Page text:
The second part of the paper proposes a remedy. The first step consists in making the government-conferred privileges of banks – creating money by credit and lending others’ money stocks at compound interest – accountable to society’s life requirements. The second step consists in returning central banks to their constitutional mandate of lending to governments rather than alienating this function to private banks. The article concludes by arguing that the great obstacle to Canada’s and other countries’ economic well-being is the abdication by governments of their sovereign powers over society’s money supply, and the long cultivation of public ignorance on this ultimate issue of public policy and value decision.
Department of Philosophy
University of Guelph
Bank of Montreal Distinguished Visitor Lecture, Trent University, March 13, 1997. Read More
Table of Contents
♦ MODERN MONEY THEORY: THE BASICS
♦ Taxes and the Public Purpose
♦ CREATIONISM VERSUS REDEMPTIONISM: HOW A MONEY-ISSUER REALLY LENDS AND SPENDS
♦ Tax Bads, Not Goods
♦ DEBT-FREE MONEY: A NON-SEQUITUR IN SEARCH OF A POLICY
♦ Why Money Matters
♦ MODERN MONEY THEORY: How I came to MMT and what I include in MMT
♦ An MMT View of the Twin Deficits Debate
♦ A Conspiracy Against MMT? Chicago Booth’s Polling and Trolling
♦ A Must Read: Why does everyone hate MMT?
♦ HOW TO PAY FOR THE WAR Read More
“The only people who claim that money is not an issue are those who have sufficient money that they are relieved of the ugly burden of thinking about it.” So thought the American writer Joyce Carol Oates. This Primer will explain why now even those fortunate few should think about it.
Have you ever wondered where your money comes from? How the value of your money is determined?
Who is really in charge of your savings?
To start answering these questions, we need to understand the rules of the global money game, know who the players are and why they act the way they do. In this Primer, you will meet the key actors in our money system, and learn the essentials of the map of the current system that we will refer to later, when we explore the fundamental changes taking place in the system. Never before have monetary issues had such an influence on public policy worldwide, so this is a good time to educate ourselves about what is at stake. All of this will dramatically affect your money and your own future as surely as a radical climate change would affect the flowers in your garden.
The starting point is to become aware that “your” money really represents a partnership between you and your country’s banking system. In this chapter, you will learn how banking originated and how any form of storing value (real estate, stocks, bonds and currencies) can be transformed into additional new money by banks.
The cause of the recent series of currency crises (Mexico, Asia. Eastern Europe) will be traced to unprecedented ongoing changes in the global currency markets. Because banks have proven historically to be very fragile institutions, specialized emergency “firemen” or intervention organizations have been created: a Central Bank in each country, and on a global level the International Monetary Fund (IMF) and the Bank of International Settlements (BIS). Their role in managing the growing instability of the global money system will be assessed. We will then return to the initial questions on how all this affects your own money and future.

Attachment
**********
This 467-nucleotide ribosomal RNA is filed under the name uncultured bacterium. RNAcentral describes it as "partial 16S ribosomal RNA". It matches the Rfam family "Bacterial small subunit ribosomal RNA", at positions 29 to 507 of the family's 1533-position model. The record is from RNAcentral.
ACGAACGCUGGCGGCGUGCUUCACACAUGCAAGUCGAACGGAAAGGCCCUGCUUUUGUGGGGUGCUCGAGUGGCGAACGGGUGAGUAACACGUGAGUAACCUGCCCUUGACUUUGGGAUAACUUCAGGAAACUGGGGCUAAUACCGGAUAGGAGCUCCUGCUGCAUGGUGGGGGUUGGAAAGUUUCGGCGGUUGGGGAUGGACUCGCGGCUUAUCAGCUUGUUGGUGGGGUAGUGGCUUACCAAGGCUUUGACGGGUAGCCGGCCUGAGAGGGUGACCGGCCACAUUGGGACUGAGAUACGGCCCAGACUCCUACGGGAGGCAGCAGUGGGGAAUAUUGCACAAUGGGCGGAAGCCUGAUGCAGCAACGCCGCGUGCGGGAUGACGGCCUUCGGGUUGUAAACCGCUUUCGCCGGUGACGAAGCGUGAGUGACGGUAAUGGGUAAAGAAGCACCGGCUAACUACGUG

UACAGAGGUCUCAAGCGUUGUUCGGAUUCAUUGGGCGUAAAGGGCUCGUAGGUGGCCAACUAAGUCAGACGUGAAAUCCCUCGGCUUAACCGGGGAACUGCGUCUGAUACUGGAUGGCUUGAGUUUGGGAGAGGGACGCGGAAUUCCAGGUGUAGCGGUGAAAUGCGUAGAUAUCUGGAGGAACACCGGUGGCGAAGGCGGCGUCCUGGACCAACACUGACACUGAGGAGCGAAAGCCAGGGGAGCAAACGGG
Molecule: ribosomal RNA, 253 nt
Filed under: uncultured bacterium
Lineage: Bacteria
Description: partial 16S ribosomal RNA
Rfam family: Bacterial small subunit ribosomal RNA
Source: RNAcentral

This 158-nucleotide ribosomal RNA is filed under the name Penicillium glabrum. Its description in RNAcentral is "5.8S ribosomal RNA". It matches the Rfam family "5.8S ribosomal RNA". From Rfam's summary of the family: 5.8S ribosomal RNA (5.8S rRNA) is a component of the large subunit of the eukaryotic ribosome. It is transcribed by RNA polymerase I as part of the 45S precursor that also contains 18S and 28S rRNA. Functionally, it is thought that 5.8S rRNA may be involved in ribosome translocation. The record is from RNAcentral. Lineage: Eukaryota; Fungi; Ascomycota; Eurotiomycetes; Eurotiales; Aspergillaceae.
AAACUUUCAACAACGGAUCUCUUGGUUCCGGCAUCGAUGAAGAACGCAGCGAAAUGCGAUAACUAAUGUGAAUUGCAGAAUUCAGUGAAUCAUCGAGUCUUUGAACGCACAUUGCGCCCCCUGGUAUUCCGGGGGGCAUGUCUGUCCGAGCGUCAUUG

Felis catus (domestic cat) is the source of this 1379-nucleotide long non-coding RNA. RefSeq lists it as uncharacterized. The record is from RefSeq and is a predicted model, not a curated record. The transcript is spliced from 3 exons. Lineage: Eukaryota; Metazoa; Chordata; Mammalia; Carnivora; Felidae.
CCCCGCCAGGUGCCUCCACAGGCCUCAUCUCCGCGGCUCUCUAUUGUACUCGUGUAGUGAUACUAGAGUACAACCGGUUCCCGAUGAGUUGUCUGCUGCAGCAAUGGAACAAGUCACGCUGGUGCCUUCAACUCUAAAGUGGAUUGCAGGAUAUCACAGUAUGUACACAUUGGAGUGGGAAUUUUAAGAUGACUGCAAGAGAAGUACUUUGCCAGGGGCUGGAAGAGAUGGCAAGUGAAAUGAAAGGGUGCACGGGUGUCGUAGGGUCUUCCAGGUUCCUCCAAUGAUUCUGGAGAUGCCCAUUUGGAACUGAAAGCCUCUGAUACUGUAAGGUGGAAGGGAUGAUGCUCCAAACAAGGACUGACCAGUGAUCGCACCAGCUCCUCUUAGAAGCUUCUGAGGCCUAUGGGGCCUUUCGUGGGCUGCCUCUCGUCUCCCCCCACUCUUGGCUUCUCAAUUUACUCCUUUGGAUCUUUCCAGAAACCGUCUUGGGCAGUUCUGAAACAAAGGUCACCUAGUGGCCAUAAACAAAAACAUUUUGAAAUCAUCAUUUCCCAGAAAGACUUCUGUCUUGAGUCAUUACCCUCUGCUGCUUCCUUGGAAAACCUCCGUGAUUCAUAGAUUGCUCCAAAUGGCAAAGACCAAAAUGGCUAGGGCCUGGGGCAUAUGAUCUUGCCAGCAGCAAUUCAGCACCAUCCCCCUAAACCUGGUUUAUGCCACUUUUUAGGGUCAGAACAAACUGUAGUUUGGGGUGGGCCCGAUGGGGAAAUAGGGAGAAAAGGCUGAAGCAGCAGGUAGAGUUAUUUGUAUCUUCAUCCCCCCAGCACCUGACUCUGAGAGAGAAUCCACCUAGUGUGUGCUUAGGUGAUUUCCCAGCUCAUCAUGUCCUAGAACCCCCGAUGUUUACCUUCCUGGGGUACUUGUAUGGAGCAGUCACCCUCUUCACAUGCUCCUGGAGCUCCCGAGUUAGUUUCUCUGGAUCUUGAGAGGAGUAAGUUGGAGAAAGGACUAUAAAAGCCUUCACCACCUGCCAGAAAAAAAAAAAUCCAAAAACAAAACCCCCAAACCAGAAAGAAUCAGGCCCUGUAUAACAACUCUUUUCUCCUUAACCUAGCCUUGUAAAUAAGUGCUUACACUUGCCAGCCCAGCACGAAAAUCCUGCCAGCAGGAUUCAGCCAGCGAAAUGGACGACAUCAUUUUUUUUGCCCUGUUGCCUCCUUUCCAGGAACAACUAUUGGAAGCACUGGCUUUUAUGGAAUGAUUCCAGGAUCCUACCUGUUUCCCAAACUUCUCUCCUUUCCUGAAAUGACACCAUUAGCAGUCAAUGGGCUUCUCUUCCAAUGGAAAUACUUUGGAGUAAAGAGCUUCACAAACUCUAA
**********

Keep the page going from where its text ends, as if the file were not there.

4. May 2016, Brussels
Q 1– 0:07 – Where does money come from?
Q 2 –1:04 – Is money neutral?
Q 3 –2:41– Why is money scarce?
Q 4 –4:57– Can this monetary system work sustainably?
Q 5 –7:46– Does the financial system need growth?
Q 6 –9:11– Why are you interested in monetary-systems?
Q 7 –10:41 – Do we have just one monetary system at the moment? Like a monopoly?
Q 8 –12:32 – What would you propose regarding the monetary system?
Q 9 –15:31 – Are there alternatives to the current monetary system?
Q 10 –17:30 – Why is there this speechlessness about money-topics?
Q 11a –19:22 – What kind of behaviour does our money-system create between people?
Q 11b –21:49 – Does the scarcity of money harm only the poor people?
Q 11c –25:56 – What does money do to people and their relationships?
Q 12 –31:55 – How did you discover complementary currencies?
Q 13 –34:42 – Did the knowledge of complementary currencies effect your life?
Q 14 –35:49 – What do you think your co-author Margrit Kennedy achieved in regard to monetary systems?
Q 15 –37:33 – Are there changes to this financial system?
Q 16 –41:09 – What do you think about internet-based currencies like Bitcoin and the new technology Blockchain?
Q 17 –42:30 – You observed the global financial development for decades. What do you conclude from your experience?
Q 18 –44:34 – Where do you see practical progress concerning complementary currencies?
Q 19 –48:00 – What would you propose for countries which are in Euro-crisis like Greece?
Q 20 –49:02 – If you were in power, what would you do?
Q 21 –50:40 – What do you think about the Euro?
Q 22 –52:21 – For which task do we need the Euro?
Q 23 –55:02 – Could a currency have influence on the question of war or peace?
Q 24 –58:10 – Are there “currency-wars” or wars because of currencies?
Q 25 –59:43 – Does the money-system polarize?
Q 26 –1:01:10 – Can a national lead-currency deprive other currencies and nations?
Q 27 –1:02:00 –What is the motivation for your work?
Q 28 –1:03:45 – Do you like to give a message to the next generation?
Seven Deadly Innocent Frauds of Economic Policy
- The government must raise funds through taxation or borrowing in order to spend. In other words, government spending is limited by its ability to tax or borrow.
- With government deficits, we are leaving our debt burden to our children.
- Government budget deficits take away savings.
- Social Security is broken.
- The trade deficit is an unsustainable imbalance that takes away jobs and output.
- We need savings to provide the funds for investment.
- It’s a bad thing that higher deficits today mean higher taxes tomorrow.